Boston Police department assists with arresting international drug traffickers

The Boston Police Department has been credited with collaborating with New Hampshire law officials and the FBI in what is being touted as a “significant international drug bust.” Yesterday, on September 4, 2012, the US Attorney for the district of New Hampshire, John P. Kacavas, announced the arrest of several individuals of the notorious Sinaloa Cartel.

The arrest comes as the culmination of a three-year investigation that involved closely monitoring the movement of cartel henchmen as they conducted activities from New Hampshire down to Boston, and as far as Florida, in an attempt to establish and expand a market for their drugs in the United States. After constructing a foothold in New Hampshire, the cartel planned on running a pipeline of narcotics from Mexico to Europe, and then from Europe directly into New Hampshire. The drugs were to be sent across the Atlantic Ocean via boat. Dry runs were conducted with empty containers to test the viability of the plan.

Cheryl Fiandaca, a spokesperson for the Boston Police Department, declined to reveal how the Boston Police were directly involved but instead praised the high level of cooperation between federal and also international police authorities. With the assistance from the Spanish National Police, the FBI captured 346 kilograms of cocaine, more than 763 pounds, and apprehended four of the plot’s suspects in the port city of Algerciras, Spain. Jesus Soto, Rafael Humberto Celaya Valenzuela, and Samuel Zazuetta Valenzuela were soldiers of the Sinaloa Cartel obligated with running logistics and financial planning. But the fourth apprehension, Manuel Jesus Guttierez Guzman is being considered the pick of the litter as he is the first cousin of the Sinaloa Cartel’s boss, Joaquin “El Chapo” Guzman-Coera.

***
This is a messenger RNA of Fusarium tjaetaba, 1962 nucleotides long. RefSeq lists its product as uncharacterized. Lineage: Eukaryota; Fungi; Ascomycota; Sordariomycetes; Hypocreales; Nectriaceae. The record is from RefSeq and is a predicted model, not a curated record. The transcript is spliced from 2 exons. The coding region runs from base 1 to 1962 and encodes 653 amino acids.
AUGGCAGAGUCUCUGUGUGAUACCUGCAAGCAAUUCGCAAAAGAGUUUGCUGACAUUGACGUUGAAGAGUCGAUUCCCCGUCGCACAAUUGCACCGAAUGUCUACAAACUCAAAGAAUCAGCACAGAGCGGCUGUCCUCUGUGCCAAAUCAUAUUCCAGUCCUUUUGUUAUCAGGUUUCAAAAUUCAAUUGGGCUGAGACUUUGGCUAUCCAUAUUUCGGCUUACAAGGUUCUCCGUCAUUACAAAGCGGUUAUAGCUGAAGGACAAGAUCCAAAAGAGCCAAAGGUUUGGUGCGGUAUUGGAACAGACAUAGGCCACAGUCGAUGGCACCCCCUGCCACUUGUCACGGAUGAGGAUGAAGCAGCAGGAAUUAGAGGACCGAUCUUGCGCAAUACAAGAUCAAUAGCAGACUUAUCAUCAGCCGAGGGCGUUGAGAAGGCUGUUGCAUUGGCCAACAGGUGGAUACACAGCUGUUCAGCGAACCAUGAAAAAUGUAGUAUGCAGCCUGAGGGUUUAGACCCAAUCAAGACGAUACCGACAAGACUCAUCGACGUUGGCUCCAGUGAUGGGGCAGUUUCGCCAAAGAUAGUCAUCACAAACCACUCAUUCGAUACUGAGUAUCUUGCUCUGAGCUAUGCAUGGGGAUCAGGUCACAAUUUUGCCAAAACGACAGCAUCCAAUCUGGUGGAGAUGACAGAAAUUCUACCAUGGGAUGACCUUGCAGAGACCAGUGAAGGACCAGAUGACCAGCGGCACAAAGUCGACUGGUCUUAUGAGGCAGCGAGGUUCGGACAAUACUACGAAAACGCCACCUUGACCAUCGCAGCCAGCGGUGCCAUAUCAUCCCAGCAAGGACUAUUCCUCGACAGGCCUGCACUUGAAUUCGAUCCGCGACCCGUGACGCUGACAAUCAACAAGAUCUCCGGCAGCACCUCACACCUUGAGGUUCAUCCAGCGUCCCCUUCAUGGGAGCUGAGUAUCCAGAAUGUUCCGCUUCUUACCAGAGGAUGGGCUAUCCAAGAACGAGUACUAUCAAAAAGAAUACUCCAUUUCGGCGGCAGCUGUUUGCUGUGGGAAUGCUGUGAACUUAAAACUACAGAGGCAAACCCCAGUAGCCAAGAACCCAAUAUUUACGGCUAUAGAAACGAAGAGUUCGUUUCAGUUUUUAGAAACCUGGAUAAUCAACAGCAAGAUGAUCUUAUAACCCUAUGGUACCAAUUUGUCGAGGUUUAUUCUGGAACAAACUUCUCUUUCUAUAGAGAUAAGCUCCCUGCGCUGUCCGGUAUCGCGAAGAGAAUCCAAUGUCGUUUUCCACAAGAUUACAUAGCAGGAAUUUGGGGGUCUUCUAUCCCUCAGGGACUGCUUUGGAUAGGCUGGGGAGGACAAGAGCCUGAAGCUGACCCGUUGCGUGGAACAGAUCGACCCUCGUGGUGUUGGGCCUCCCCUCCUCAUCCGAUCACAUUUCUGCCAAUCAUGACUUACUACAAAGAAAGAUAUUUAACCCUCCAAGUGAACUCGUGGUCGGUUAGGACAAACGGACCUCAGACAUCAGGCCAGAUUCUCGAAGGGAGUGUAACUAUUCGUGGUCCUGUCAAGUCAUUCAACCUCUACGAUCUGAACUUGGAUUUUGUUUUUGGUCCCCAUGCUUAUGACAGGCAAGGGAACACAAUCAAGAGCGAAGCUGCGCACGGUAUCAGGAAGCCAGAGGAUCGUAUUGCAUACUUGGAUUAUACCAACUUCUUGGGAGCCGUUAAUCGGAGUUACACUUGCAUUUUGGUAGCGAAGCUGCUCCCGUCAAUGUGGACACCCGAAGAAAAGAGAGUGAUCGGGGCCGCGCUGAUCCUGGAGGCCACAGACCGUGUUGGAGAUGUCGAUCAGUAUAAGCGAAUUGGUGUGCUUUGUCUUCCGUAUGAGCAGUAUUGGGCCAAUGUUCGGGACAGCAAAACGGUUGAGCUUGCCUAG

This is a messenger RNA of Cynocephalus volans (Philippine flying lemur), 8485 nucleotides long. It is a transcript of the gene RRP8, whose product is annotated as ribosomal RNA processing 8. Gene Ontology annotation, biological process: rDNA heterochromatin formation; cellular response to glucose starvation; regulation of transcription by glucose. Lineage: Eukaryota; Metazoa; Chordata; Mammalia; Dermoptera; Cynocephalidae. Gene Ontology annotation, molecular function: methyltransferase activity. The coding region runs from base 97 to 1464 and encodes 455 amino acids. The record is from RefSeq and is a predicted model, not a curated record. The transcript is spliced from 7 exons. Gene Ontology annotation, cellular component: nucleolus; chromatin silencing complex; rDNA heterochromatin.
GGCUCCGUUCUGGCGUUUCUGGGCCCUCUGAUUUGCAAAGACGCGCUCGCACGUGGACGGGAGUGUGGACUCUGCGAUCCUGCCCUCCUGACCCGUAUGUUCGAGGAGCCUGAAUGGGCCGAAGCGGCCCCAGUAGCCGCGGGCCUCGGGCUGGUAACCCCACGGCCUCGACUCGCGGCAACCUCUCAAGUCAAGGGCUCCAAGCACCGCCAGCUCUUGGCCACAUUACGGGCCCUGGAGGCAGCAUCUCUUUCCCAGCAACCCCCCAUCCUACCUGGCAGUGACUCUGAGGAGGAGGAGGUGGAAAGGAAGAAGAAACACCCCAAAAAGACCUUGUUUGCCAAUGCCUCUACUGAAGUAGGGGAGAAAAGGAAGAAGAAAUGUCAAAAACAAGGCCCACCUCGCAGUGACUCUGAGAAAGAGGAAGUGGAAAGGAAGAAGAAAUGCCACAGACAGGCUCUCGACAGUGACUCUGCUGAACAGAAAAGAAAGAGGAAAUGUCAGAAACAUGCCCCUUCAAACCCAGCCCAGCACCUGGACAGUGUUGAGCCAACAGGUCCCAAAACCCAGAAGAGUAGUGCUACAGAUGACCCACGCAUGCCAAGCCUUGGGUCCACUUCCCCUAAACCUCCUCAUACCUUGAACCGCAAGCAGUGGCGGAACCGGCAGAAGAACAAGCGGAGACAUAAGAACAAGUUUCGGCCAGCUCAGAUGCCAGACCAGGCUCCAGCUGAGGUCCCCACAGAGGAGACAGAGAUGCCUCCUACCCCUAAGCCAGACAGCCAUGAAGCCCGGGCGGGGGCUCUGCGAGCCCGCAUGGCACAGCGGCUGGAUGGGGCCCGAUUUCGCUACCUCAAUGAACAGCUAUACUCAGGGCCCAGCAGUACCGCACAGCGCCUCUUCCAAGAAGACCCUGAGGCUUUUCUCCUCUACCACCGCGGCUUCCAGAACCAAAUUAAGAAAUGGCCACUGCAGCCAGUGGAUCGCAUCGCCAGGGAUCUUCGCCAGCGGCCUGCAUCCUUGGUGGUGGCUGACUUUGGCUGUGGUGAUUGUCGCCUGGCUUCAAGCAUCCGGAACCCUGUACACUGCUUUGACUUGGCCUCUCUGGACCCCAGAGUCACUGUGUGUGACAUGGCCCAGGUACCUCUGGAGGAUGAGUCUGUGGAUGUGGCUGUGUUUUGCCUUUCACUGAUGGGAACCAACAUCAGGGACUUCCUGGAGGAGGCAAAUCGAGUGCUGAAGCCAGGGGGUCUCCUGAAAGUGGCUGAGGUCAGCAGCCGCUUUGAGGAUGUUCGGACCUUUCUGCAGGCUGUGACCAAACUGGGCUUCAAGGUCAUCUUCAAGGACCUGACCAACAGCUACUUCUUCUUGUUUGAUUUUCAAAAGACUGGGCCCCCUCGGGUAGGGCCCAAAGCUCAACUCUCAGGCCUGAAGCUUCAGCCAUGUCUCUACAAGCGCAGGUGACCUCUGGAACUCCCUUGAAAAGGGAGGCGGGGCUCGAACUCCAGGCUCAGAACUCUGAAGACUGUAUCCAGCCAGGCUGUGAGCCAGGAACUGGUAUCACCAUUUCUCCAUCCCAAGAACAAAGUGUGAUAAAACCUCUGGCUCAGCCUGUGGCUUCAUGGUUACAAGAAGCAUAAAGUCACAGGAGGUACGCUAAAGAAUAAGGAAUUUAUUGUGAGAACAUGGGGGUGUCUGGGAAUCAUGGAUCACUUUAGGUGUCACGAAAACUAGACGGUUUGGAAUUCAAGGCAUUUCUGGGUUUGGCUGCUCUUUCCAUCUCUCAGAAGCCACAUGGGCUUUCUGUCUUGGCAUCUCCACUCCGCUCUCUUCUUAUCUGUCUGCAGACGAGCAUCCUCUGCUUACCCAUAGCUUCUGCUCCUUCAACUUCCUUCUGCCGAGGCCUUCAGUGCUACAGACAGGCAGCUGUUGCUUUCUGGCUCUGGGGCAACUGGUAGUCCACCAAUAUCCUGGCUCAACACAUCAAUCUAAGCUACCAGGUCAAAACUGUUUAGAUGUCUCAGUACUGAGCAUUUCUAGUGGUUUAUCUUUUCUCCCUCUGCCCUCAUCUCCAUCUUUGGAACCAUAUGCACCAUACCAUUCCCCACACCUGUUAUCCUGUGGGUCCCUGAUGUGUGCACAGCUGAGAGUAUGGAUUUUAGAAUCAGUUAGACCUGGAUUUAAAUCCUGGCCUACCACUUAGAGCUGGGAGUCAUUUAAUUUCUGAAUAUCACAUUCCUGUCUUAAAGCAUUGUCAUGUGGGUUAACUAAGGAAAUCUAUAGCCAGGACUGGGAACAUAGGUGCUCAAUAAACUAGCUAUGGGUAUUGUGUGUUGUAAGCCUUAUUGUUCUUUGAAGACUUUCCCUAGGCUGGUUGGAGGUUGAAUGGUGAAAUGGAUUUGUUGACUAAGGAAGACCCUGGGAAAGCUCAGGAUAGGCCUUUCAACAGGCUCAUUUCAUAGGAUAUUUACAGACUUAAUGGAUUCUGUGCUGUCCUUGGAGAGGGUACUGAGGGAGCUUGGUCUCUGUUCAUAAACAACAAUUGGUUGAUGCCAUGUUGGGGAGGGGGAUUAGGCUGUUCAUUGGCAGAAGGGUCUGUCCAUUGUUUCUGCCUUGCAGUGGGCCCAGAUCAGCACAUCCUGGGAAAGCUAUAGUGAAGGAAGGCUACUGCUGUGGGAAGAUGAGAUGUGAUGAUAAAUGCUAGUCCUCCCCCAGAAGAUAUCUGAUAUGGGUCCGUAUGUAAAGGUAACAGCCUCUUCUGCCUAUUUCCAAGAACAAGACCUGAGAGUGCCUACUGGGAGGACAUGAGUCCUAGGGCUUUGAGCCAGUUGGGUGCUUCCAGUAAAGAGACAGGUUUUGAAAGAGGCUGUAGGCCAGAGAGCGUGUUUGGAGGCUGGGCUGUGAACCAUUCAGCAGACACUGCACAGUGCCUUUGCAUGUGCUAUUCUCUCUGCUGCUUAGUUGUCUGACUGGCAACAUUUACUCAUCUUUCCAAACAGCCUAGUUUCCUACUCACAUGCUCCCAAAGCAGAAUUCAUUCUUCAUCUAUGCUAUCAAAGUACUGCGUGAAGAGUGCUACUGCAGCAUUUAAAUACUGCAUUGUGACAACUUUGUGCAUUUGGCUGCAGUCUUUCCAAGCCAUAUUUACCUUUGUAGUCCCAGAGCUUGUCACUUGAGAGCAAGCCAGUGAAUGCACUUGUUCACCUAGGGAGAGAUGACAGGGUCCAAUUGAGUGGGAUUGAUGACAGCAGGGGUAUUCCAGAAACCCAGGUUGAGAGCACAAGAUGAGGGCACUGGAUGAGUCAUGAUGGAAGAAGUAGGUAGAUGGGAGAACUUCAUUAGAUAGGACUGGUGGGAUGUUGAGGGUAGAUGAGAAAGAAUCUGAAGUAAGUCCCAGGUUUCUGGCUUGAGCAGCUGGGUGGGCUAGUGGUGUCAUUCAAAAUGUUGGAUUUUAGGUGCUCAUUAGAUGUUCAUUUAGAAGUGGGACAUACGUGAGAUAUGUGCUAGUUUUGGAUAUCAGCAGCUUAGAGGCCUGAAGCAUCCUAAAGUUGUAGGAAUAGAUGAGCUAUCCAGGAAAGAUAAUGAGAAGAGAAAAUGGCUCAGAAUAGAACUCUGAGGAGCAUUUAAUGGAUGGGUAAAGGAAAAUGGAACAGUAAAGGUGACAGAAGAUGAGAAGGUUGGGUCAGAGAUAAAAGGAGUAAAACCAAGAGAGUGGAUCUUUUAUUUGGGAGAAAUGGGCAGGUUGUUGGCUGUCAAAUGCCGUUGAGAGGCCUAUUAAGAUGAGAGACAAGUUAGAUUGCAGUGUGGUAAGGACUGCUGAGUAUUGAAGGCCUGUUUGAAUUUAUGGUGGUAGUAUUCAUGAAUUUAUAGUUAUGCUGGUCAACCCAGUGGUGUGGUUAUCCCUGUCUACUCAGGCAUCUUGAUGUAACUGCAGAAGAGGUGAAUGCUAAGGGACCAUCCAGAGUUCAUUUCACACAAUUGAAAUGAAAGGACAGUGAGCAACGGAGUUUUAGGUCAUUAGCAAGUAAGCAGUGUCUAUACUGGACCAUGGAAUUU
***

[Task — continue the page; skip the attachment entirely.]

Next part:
Guzman-Coera’s rise, or fall, depending on one’s perspective, to being considered the world’s most powerful drug trafficker began with what is described as a “Hollywood-style” escape from a maximum security Guatemalan prison in 2001, after eight years of confinement. In recent months, he has been carrying out a bloody feud with Mexico’s Zetas cartel over the drug trade. Hundreds of bodies have been left dismembered in public places during the brutal war. And not only has Guzman-Coera been named on the 2011 Forbes list for the world’s richest people, but the billionaire is suspected of controlling twenty-five percent of the drug trade flowing out of Mexico into the United States. His organization, the Sinaloa Cartel, sometimes referred to as the Pacific Cartel, is the oldest of its type in Mexico.

The announcement of this recent arrest caps a thirteen-man roundup of Sinaloa suspects within forty-eight hours. Nine suspected heroin traffickers with links to Sinaloa were arrested this past Monday, September 3, in Colombia. And though Guzman-Coera finds himself spending more money to defend his empire against rival cartels, legal authorities, and public opinion, Kacavas has said that taking down the cartels will have to be “death by a thousand cuts” with this latest arrest simply being one of those.

The charges for the suspects will be coming from the Granite state because officials confirm that New Hampshire is where undercover agents first met the alleged traffickers. A New Hampshire grand jury has formally levied an indictment against the defendants with conspiracy to distribute more than 1,000 kilograms, or 2,200 pounds, of cocaine. It’s been estimated that after transportation costs, one ton of wholesale cocaine can yield $5.4 million in profits.

If you or anyone you know have any questions, concerns, or needs for counsel in regards to a criminal law matter, please feel free to contact Altman and Altman at your earliest convenience.


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